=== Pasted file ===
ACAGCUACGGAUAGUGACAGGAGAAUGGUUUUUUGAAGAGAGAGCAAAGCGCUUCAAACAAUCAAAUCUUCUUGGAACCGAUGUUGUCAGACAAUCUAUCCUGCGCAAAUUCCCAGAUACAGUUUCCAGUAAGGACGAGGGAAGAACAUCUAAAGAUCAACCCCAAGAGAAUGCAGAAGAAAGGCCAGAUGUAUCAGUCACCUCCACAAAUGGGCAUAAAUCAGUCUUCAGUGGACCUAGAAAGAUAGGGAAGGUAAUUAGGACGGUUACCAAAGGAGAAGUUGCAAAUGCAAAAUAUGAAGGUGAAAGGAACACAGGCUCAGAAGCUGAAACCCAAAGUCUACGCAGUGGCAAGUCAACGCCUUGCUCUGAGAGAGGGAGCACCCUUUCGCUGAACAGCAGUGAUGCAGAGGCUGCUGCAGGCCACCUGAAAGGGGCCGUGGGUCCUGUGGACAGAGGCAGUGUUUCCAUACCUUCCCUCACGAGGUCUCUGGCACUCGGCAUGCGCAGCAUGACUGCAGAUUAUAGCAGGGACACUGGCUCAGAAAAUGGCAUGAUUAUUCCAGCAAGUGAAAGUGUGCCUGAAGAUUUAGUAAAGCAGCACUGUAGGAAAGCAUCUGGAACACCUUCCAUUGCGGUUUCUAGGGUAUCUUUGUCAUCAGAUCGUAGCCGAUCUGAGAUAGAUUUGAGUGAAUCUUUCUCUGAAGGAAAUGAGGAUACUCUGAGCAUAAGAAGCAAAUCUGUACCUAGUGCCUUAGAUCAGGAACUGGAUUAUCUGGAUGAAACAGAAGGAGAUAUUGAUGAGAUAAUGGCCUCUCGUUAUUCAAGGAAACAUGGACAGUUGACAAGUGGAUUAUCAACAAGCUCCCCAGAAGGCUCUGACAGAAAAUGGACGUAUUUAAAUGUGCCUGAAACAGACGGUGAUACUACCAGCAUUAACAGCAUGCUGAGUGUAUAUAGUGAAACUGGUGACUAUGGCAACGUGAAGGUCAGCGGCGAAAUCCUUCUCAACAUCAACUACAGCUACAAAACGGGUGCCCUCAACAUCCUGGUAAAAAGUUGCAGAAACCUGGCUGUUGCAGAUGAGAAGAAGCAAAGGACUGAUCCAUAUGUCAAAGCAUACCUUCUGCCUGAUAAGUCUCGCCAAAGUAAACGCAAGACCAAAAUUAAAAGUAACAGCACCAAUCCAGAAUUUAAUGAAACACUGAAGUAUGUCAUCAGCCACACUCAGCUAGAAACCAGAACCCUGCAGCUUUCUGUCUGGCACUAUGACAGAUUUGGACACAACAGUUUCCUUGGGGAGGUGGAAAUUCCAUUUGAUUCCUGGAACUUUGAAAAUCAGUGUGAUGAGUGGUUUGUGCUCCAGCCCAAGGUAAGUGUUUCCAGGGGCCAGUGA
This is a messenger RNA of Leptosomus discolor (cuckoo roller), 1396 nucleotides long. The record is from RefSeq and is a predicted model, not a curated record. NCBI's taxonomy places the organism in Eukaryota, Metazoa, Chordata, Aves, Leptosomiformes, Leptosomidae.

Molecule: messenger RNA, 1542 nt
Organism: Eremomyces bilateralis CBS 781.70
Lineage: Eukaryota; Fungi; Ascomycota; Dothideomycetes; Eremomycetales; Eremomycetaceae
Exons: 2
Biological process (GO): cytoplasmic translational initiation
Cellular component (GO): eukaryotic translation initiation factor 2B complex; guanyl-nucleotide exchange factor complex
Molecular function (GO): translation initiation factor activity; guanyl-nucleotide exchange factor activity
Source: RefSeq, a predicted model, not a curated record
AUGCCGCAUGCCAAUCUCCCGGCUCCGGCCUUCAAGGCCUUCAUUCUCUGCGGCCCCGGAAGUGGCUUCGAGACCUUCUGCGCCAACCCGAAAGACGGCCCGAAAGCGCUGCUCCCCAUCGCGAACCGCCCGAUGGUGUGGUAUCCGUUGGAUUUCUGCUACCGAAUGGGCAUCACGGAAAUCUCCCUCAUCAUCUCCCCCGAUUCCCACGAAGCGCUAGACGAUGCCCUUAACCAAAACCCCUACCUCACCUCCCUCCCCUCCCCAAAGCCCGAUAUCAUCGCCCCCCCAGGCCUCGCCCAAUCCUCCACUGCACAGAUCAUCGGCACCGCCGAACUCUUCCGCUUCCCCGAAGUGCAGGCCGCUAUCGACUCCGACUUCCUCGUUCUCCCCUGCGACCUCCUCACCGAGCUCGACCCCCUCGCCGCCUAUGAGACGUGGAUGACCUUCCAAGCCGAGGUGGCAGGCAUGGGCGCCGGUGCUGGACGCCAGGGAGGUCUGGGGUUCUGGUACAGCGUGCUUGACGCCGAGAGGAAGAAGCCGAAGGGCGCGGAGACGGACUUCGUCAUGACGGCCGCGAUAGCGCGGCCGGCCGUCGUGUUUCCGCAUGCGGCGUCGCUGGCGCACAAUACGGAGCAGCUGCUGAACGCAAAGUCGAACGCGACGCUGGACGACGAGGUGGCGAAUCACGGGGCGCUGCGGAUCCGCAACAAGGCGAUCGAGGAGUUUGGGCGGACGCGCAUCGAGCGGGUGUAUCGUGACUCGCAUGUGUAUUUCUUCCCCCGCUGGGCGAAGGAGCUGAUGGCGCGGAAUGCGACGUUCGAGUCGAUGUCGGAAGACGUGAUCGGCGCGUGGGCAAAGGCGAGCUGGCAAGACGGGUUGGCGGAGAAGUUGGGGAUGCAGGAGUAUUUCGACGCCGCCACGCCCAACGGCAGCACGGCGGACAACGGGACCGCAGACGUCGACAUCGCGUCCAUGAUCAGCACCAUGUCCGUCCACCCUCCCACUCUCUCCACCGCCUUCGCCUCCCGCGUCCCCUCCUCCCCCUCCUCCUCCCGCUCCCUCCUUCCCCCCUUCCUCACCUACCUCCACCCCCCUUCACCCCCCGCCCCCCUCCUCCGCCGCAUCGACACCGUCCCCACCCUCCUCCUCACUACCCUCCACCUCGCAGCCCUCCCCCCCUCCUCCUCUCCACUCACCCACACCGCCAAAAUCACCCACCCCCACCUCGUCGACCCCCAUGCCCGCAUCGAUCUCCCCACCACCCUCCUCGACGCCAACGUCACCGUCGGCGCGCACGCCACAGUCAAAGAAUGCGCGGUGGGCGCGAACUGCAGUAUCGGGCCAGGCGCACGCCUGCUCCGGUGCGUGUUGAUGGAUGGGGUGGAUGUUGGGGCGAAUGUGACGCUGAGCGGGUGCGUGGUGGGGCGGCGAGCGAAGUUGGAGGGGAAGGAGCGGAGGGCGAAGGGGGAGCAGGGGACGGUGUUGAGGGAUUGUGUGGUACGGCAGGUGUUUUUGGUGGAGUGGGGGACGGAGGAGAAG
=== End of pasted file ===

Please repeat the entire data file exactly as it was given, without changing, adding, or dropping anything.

ACAGCUACGGAUAGUGACAGGAGAAUGGUUUUUUGAAGAGAGAGCAAAGCGCUUCAAACAAUCAAAUCUUCUUGGAACCGAUGUUGUCAGACAAUCUAUCCUGCGCAAAUUCCCAGAUACAGUUUCCAGUAAGGACGAGGGAAGAACAUCUAAAGAUCAACCCCAAGAGAAUGCAGAAGAAAGGCCAGAUGUAUCAGUCACCUCCACAAAUGGGCAUAAAUCAGUCUUCAGUGGACCUAGAAAGAUAGGGAAGGUAAUUAGGACGGUUACCAAAGGAGAAGUUGCAAAUGCAAAAUAUGAAGGUGAAAGGAACACAGGCUCAGAAGCUGAAACCCAAAGUCUACGCAGUGGCAAGUCAACGCCUUGCUCUGAGAGAGGGAGCACCCUUUCGCUGAACAGCAGUGAUGCAGAGGCUGCUGCAGGCCACCUGAAAGGGGCCGUGGGUCCUGUGGACAGAGGCAGUGUUUCCAUACCUUCCCUCACGAGGUCUCUGGCACUCGGCAUGCGCAGCAUGACUGCAGAUUAUAGCAGGGACACUGGCUCAGAAAAUGGCAUGAUUAUUCCAGCAAGUGAAAGUGUGCCUGAAGAUUUAGUAAAGCAGCACUGUAGGAAAGCAUCUGGAACACCUUCCAUUGCGGUUUCUAGGGUAUCUUUGUCAUCAGAUCGUAGCCGAUCUGAGAUAGAUUUGAGUGAAUCUUUCUCUGAAGGAAAUGAGGAUACUCUGAGCAUAAGAAGCAAAUCUGUACCUAGUGCCUUAGAUCAGGAACUGGAUUAUCUGGAUGAAACAGAAGGAGAUAUUGAUGAGAUAAUGGCCUCUCGUUAUUCAAGGAAACAUGGACAGUUGACAAGUGGAUUAUCAACAAGCUCCCCAGAAGGCUCUGACAGAAAAUGGACGUAUUUAAAUGUGCCUGAAACAGACGGUGAUACUACCAGCAUUAACAGCAUGCUGAGUGUAUAUAGUGAAACUGGUGACUAUGGCAACGUGAAGGUCAGCGGCGAAAUCCUUCUCAACAUCAACUACAGCUACAAAACGGGUGCCCUCAACAUCCUGGUAAAAAGUUGCAGAAACCUGGCUGUUGCAGAUGAGAAGAAGCAAAGGACUGAUCCAUAUGUCAAAGCAUACCUUCUGCCUGAUAAGUCUCGCCAAAGUAAACGCAAGACCAAAAUUAAAAGUAACAGCACCAAUCCAGAAUUUAAUGAAACACUGAAGUAUGUCAUCAGCCACACUCAGCUAGAAACCAGAACCCUGCAGCUUUCUGUCUGGCACUAUGACAGAUUUGGACACAACAGUUUCCUUGGGGAGGUGGAAAUUCCAUUUGAUUCCUGGAACUUUGAAAAUCAGUGUGAUGAGUGGUUUGUGCUCCAGCCCAAGGUAAGUGUUUCCAGGGGCCAGUGA
This is a messenger RNA of Leptosomus discolor (cuckoo roller), 1396 nucleotides long. The record is from RefSeq and is a predicted model, not a curated record. NCBI's taxonomy places the organism in Eukaryota, Metazoa, Chordata, Aves, Leptosomiformes, Leptosomidae.

Molecule: messenger RNA, 1542 nt
Organism: Eremomyces bilateralis CBS 781.70
Lineage: Eukaryota; Fungi; Ascomycota; Dothideomycetes; Eremomycetales; Eremomycetaceae
Exons: 2
Biological process (GO): cytoplasmic translational initiation
Cellular component (GO): eukaryotic translation initiation factor 2B complex; guanyl-nucleotide exchange factor complex
Molecular function (GO): translation initiation factor activity; guanyl-nucleotide exchange factor activity
Source: RefSeq, a predicted model, not a curated record
AUGCCGCAUGCCAAUCUCCCGGCUCCGGCCUUCAAGGCCUUCAUUCUCUGCGGCCCCGGAAGUGGCUUCGAGACCUUCUGCGCCAACCCGAAAGACGGCCCGAAAGCGCUGCUCCCCAUCGCGAACCGCCCGAUGGUGUGGUAUCCGUUGGAUUUCUGCUACCGAAUGGGCAUCACGGAAAUCUCCCUCAUCAUCUCCCCCGAUUCCCACGAAGCGCUAGACGAUGCCCUUAACCAAAACCCCUACCUCACCUCCCUCCCCUCCCCAAAGCCCGAUAUCAUCGCCCCCCCAGGCCUCGCCCAAUCCUCCACUGCACAGAUCAUCGGCACCGCCGAACUCUUCCGCUUCCCCGAAGUGCAGGCCGCUAUCGACUCCGACUUCCUCGUUCUCCCCUGCGACCUCCUCACCGAGCUCGACCCCCUCGCCGCCUAUGAGACGUGGAUGACCUUCCAAGCCGAGGUGGCAGGCAUGGGCGCCGGUGCUGGACGCCAGGGAGGUCUGGGGUUCUGGUACAGCGUGCUUGACGCCGAGAGGAAGAAGCCGAAGGGCGCGGAGACGGACUUCGUCAUGACGGCCGCGAUAGCGCGGCCGGCCGUCGUGUUUCCGCAUGCGGCGUCGCUGGCGCACAAUACGGAGCAGCUGCUGAACGCAAAGUCGAACGCGACGCUGGACGACGAGGUGGCGAAUCACGGGGCGCUGCGGAUCCGCAACAAGGCGAUCGAGGAGUUUGGGCGGACGCGCAUCGAGCGGGUGUAUCGUGACUCGCAUGUGUAUUUCUUCCCCCGCUGGGCGAAGGAGCUGAUGGCGCGGAAUGCGACGUUCGAGUCGAUGUCGGAAGACGUGAUCGGCGCGUGGGCAAAGGCGAGCUGGCAAGACGGGUUGGCGGAGAAGUUGGGGAUGCAGGAGUAUUUCGACGCCGCCACGCCCAACGGCAGCACGGCGGACAACGGGACCGCAGACGUCGACAUCGCGUCCAUGAUCAGCACCAUGUCCGUCCACCCUCCCACUCUCUCCACCGCCUUCGCCUCCCGCGUCCCCUCCUCCCCCUCCUCCUCCCGCUCCCUCCUUCCCCCCUUCCUCACCUACCUCCACCCCCCUUCACCCCCCGCCCCCCUCCUCCGCCGCAUCGACACCGUCCCCACCCUCCUCCUCACUACCCUCCACCUCGCAGCCCUCCCCCCCUCCUCCUCUCCACUCACCCACACCGCCAAAAUCACCCACCCCCACCUCGUCGACCCCCAUGCCCGCAUCGAUCUCCCCACCACCCUCCUCGACGCCAACGUCACCGUCGGCGCGCACGCCACAGUCAAAGAAUGCGCGGUGGGCGCGAACUGCAGUAUCGGGCCAGGCGCACGCCUGCUCCGGUGCGUGUUGAUGGAUGGGGUGGAUGUUGGGGCGAAUGUGACGCUGAGCGGGUGCGUGGUGGGGCGGCGAGCGAAGUUGGAGGGGAAGGAGCGGAGGGCGAAGGGGGAGCAGGGGACGGUGUUGAGGGAUUGUGUGGUACGGCAGGUGUUUUUGGUGGAGUGGGGGACGGAGGAGAAG